Scientific consensus

From ArticleWorld

Scientific consensus is the process by which the conclusions, theories, descriptions and [assessment]]s put forward by scientists or scientific institutions come to be accepted by the scientific community at large. Consensus is achieved through peer review, including publications, and conferences. While generally there is widespread consensus, the scientific community sometimes needs to be polled to determine the majority opinion.

The philosophy of science holds scientific consensus to be as crucial as the rest scientific method. Experimentation and elimination of unacceptable margin of error are bolstered by peer review in order to eliminate substantial doubt about a piece of research. This is held to be necessary because theories cannot actually be proven, only disproven, or subject to substantial doubt.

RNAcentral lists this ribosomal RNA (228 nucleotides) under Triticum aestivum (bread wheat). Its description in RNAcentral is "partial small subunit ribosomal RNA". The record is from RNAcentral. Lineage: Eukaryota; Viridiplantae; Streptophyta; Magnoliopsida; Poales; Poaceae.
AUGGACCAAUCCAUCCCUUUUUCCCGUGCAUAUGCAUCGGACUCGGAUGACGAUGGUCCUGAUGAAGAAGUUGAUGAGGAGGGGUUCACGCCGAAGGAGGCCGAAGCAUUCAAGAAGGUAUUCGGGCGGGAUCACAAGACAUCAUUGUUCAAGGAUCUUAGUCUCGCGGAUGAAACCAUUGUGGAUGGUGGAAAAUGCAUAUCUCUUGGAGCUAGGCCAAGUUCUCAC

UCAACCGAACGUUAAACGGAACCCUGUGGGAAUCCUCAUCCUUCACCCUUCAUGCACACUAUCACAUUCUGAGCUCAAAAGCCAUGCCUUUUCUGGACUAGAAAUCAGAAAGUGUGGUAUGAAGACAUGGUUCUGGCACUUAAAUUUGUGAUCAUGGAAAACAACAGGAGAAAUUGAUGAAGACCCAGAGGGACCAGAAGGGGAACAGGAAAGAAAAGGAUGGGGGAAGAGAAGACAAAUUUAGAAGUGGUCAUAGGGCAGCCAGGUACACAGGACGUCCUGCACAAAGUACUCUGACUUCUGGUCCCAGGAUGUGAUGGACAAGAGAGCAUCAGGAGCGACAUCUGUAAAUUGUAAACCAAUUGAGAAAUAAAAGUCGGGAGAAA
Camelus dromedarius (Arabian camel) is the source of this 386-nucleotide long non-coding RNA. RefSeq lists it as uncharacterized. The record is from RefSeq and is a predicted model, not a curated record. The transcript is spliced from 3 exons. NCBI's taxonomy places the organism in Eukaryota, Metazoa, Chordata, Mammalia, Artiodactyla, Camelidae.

However, consensus is far from unproblematic, and perceived consensus or its lack in a few aspects of a theory is often used to sway debate on matter of public policy and religious doctrine, such as global warming, intelligent design, the legal status of homosexuality, among others. Karl Popper suggested that all experimentation should be aimed at falsifiability, since its opposite, irrefutable proof, was an impossibility. Thomas Kuhn, writing about paradigm shfits and scientific revolutions, pointed to the human nature component in all scientific undertakings and assessments, and his assertion that sometimes the passage of time was the only sure way for one theory to be worn down by opposition and replaced by another.